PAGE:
More from the Appeal Newsroom
September 19, 2007
After the publication of last week’s column, I learned two things.
One, apparently pointing out something that is true doesn’t diminish the hatred it will generate from those it pertains to and two, when that truth involves women, they will get even.
Starting this week, my column has been “selected” for a new “pilot” program that was installed on my computer at the behest of my editors.
A ceremony Friday will commemorate and honor those who were prisoners of war and are missing in action.
President George W. Bush has proclaimed Sept. 21, 2007, as National POW/MIA Recognition Day. The Carson City ceremony will be 10 a.m. to noon at the Nevada Veterans Memorial Wall behind the Capitol.
The number of persons ” military and civilian ” still missing from various military action is staggering. There are more than 88,000 still unaccounted for. Over the past several years, most of the 50 states have proclaimed POW/MIA Recognition Day in conjunction with the national effort.
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During Friday’s ceremony, the Carson High School Naval Junior ROTC Color Guard will present the U.S. flag and Gov. Jim Gibbons and Mayor Marv Teixeira will present proclamations.
WHAT: POW/MIA Recognition Day
WHEN: 10 a.m. to noon Friday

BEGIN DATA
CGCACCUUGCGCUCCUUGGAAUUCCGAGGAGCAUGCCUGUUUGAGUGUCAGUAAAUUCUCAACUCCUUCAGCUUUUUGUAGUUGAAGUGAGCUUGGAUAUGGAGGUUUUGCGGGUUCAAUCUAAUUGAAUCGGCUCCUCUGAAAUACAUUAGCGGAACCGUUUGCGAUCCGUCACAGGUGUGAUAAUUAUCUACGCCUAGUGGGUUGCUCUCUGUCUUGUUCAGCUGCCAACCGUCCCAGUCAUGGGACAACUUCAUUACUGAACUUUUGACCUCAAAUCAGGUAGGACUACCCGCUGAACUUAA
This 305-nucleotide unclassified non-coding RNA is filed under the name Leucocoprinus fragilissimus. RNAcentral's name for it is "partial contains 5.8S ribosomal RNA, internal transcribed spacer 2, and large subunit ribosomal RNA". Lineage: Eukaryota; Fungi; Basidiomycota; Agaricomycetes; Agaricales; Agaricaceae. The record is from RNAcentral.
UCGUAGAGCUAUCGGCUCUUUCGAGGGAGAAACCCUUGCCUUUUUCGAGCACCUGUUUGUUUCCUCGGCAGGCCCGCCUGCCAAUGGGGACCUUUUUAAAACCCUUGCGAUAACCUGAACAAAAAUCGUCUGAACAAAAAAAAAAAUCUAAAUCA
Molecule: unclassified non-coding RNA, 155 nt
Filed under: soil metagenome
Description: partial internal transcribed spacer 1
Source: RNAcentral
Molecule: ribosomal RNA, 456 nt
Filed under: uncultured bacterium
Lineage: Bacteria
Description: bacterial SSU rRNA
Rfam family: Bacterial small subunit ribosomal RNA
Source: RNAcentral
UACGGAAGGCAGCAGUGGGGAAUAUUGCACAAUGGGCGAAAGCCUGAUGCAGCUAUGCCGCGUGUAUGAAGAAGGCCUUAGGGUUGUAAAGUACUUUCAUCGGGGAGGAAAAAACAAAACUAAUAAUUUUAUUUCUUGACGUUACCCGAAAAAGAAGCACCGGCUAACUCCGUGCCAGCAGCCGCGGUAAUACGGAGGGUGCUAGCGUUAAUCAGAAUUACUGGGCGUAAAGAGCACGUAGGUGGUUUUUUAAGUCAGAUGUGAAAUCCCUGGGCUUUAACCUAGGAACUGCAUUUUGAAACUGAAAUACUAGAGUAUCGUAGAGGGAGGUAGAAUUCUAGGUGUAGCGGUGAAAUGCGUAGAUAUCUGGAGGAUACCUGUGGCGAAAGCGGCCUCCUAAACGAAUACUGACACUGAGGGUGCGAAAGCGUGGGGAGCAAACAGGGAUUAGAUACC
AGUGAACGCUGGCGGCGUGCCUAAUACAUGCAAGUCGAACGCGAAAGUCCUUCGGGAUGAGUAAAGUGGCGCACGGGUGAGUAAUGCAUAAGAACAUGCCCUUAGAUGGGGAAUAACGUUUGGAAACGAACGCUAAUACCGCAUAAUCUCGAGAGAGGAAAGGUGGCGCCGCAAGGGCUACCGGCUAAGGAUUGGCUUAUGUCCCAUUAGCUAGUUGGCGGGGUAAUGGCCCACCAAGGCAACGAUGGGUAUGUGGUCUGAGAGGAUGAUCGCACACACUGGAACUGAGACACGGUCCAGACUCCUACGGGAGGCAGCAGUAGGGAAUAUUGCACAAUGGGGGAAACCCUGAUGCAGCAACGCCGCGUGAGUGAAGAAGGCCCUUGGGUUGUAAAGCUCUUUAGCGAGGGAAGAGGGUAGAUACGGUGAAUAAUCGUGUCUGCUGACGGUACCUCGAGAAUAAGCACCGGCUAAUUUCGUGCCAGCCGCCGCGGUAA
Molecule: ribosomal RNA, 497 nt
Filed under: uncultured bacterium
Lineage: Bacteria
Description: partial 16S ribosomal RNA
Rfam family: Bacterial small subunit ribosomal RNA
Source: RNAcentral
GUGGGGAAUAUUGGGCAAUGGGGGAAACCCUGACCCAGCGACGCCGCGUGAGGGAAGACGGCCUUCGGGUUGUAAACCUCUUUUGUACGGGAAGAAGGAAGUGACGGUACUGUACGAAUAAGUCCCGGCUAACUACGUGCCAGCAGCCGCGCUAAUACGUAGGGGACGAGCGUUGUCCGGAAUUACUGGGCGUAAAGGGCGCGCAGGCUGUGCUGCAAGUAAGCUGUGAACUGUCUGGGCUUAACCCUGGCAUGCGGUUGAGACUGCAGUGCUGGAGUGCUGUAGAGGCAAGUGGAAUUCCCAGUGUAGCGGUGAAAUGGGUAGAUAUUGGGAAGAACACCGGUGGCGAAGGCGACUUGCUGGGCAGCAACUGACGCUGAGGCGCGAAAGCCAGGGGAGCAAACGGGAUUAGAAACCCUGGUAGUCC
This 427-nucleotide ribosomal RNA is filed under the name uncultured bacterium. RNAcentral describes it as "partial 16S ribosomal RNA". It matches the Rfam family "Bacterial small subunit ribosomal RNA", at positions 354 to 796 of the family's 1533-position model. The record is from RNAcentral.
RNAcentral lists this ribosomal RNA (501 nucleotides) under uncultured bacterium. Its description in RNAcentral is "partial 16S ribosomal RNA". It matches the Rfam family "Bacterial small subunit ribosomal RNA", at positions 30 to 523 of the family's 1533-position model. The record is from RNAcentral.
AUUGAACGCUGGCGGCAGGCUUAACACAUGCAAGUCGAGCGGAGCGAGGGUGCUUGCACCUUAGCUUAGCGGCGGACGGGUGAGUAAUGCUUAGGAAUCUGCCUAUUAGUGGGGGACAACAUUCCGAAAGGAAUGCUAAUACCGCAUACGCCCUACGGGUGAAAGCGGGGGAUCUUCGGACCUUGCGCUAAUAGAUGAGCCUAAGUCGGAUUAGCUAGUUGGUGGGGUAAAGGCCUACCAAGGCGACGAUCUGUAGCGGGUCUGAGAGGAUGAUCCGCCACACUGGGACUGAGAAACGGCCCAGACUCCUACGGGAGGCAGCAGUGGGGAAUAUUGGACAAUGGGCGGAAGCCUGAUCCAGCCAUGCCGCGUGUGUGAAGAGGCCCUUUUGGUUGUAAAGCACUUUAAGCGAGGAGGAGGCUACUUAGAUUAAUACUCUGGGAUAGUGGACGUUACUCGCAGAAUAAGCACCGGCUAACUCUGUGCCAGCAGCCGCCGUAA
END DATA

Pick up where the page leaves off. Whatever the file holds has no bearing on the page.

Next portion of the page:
WHERE: Nevada Veterans Memorial Wall, between State Capitol and Legislative Plaza
With Street Vibrations, the annual motorcycle event taking place in Reno and Virginia City kicking off today, the Nevada Highway Patrol wants to remind motorists to be aware of motorcycles on the roads of Northern Nevada.
So tips to keep in mind during Street Vibrations:
– Motorcyclists often slow by downshifting or merely rolling off the throttle, thus not activating the brake light. Allow more following distance, say three or four seconds. At intersections, predict a motorcyclist may slow down without visual warning.
– Turn signals on a motorcycle usually are not self-canceling, thus some riders, (especially beginners) sometimes forget to turn them off after a turn or lane change. Make sure a motorcycle’s signal is for real.
– Motorcyclists often adjust position within a lane to be seen more easily and to minimize the effects of wind, road debris, and passing vehicles. Understand that motorcyclists adjust lane position for a purpose, not to be reckless or show off.
– Because of its small size a motorcycle seems to be moving faster than it really is. Don’t think motorcyclists are speed demons.
– Because of its small size, a motorcycle may look farther away than it is. When checking traffic to turn at an intersection, predict a motorcycle is closer than it looks.
– Because of its small size, a motorcycle can be easily hidden by objects inside or outside a car (door posts, mirrors, passengers, bushes, fences, bridges, blind spots, etc). Take an extra moment to thoroughly check traffic, whether you’re changing lanes or turning at intersections.